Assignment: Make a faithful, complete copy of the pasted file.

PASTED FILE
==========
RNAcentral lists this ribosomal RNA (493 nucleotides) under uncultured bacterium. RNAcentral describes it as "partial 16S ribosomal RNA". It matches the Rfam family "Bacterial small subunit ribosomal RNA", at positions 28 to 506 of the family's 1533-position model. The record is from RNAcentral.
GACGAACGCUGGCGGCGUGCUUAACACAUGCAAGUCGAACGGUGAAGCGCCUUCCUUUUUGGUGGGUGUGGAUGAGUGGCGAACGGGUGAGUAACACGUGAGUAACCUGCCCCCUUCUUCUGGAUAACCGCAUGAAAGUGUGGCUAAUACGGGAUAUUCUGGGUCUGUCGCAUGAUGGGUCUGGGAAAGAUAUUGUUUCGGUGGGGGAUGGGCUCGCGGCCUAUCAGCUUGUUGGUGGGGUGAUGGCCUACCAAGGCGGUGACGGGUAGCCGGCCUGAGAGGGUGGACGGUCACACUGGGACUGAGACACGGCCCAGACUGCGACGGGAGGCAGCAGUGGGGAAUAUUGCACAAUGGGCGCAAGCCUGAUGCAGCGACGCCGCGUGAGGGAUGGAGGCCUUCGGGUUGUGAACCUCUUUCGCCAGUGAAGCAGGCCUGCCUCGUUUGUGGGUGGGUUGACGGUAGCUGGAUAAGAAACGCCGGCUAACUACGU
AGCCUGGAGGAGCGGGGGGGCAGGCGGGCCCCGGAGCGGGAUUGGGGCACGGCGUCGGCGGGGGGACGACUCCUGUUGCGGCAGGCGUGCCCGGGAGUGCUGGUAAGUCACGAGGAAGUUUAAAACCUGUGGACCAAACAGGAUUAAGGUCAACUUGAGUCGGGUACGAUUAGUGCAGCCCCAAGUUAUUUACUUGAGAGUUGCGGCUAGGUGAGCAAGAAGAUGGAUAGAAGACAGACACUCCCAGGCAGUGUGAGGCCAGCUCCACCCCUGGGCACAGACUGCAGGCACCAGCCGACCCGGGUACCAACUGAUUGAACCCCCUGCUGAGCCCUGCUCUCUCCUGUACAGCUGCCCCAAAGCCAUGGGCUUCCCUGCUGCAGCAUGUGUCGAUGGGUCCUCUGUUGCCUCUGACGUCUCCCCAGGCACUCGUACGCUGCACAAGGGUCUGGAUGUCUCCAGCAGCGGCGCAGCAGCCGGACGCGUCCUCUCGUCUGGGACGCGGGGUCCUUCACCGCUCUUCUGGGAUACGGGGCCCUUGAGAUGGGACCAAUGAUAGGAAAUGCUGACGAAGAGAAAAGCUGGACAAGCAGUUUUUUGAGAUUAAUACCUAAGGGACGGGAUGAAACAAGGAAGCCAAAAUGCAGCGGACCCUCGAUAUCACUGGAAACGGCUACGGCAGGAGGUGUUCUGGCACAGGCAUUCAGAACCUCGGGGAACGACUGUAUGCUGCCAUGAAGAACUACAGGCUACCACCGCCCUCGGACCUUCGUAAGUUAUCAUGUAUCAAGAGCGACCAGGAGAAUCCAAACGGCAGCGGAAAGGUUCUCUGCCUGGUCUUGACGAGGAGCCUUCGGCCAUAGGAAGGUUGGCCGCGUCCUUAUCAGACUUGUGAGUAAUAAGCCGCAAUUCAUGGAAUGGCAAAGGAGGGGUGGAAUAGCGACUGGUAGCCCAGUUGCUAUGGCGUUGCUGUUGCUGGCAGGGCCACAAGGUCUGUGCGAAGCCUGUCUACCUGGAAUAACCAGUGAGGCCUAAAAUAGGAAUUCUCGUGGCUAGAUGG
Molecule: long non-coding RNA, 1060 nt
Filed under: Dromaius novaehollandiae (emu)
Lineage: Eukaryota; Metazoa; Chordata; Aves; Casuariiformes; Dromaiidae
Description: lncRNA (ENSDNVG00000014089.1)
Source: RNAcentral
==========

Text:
RNAcentral lists this ribosomal RNA (493 nucleotides) under uncultured bacterium. RNAcentral describes it as "partial 16S ribosomal RNA". It matches the Rfam family "Bacterial small subunit ribosomal RNA", at positions 28 to 506 of the family's 1533-position model. The record is from RNAcentral.
GACGAACGCUGGCGGCGUGCUUAACACAUGCAAGUCGAACGGUGAAGCGCCUUCCUUUUUGGUGGGUGUGGAUGAGUGGCGAACGGGUGAGUAACACGUGAGUAACCUGCCCCCUUCUUCUGGAUAACCGCAUGAAAGUGUGGCUAAUACGGGAUAUUCUGGGUCUGUCGCAUGAUGGGUCUGGGAAAGAUAUUGUUUCGGUGGGGGAUGGGCUCGCGGCCUAUCAGCUUGUUGGUGGGGUGAUGGCCUACCAAGGCGGUGACGGGUAGCCGGCCUGAGAGGGUGGACGGUCACACUGGGACUGAGACACGGCCCAGACUGCGACGGGAGGCAGCAGUGGGGAAUAUUGCACAAUGGGCGCAAGCCUGAUGCAGCGACGCCGCGUGAGGGAUGGAGGCCUUCGGGUUGUGAACCUCUUUCGCCAGUGAAGCAGGCCUGCCUCGUUUGUGGGUGGGUUGACGGUAGCUGGAUAAGAAACGCCGGCUAACUACGU
AGCCUGGAGGAGCGGGGGGGCAGGCGGGCCCCGGAGCGGGAUUGGGGCACGGCGUCGGCGGGGGGACGACUCCUGUUGCGGCAGGCGUGCCCGGGAGUGCUGGUAAGUCACGAGGAAGUUUAAAACCUGUGGACCAAACAGGAUUAAGGUCAACUUGAGUCGGGUACGAUUAGUGCAGCCCCAAGUUAUUUACUUGAGAGUUGCGGCUAGGUGAGCAAGAAGAUGGAUAGAAGACAGACACUCCCAGGCAGUGUGAGGCCAGCUCCACCCCUGGGCACAGACUGCAGGCACCAGCCGACCCGGGUACCAACUGAUUGAACCCCCUGCUGAGCCCUGCUCUCUCCUGUACAGCUGCCCCAAAGCCAUGGGCUUCCCUGCUGCAGCAUGUGUCGAUGGGUCCUCUGUUGCCUCUGACGUCUCCCCAGGCACUCGUACGCUGCACAAGGGUCUGGAUGUCUCCAGCAGCGGCGCAGCAGCCGGACGCGUCCUCUCGUCUGGGACGCGGGGUCCUUCACCGCUCUUCUGGGAUACGGGGCCCUUGAGAUGGGACCAAUGAUAGGAAAUGCUGACGAAGAGAAAAGCUGGACAAGCAGUUUUUUGAGAUUAAUACCUAAGGGACGGGAUGAAACAAGGAAGCCAAAAUGCAGCGGACCCUCGAUAUCACUGGAAACGGCUACGGCAGGAGGUGUUCUGGCACAGGCAUUCAGAACCUCGGGGAACGACUGUAUGCUGCCAUGAAGAACUACAGGCUACCACCGCCCUCGGACCUUCGUAAGUUAUCAUGUAUCAAGAGCGACCAGGAGAAUCCAAACGGCAGCGGAAAGGUUCUCUGCCUGGUCUUGACGAGGAGCCUUCGGCCAUAGGAAGGUUGGCCGCGUCCUUAUCAGACUUGUGAGUAAUAAGCCGCAAUUCAUGGAAUGGCAAAGGAGGGGUGGAAUAGCGACUGGUAGCCCAGUUGCUAUGGCGUUGCUGUUGCUGGCAGGGCCACAAGGUCUGUGCGAAGCCUGUCUACCUGGAAUAACCAGUGAGGCCUAAAAUAGGAAUUCUCGUGGCUAGAUGG
Molecule: long non-coding RNA, 1060 nt
Filed under: Dromaius novaehollandiae (emu)
Lineage: Eukaryota; Metazoa; Chordata; Aves; Casuariiformes; Dromaiidae
Description: lncRNA (ENSDNVG00000014089.1)
Source: RNAcentral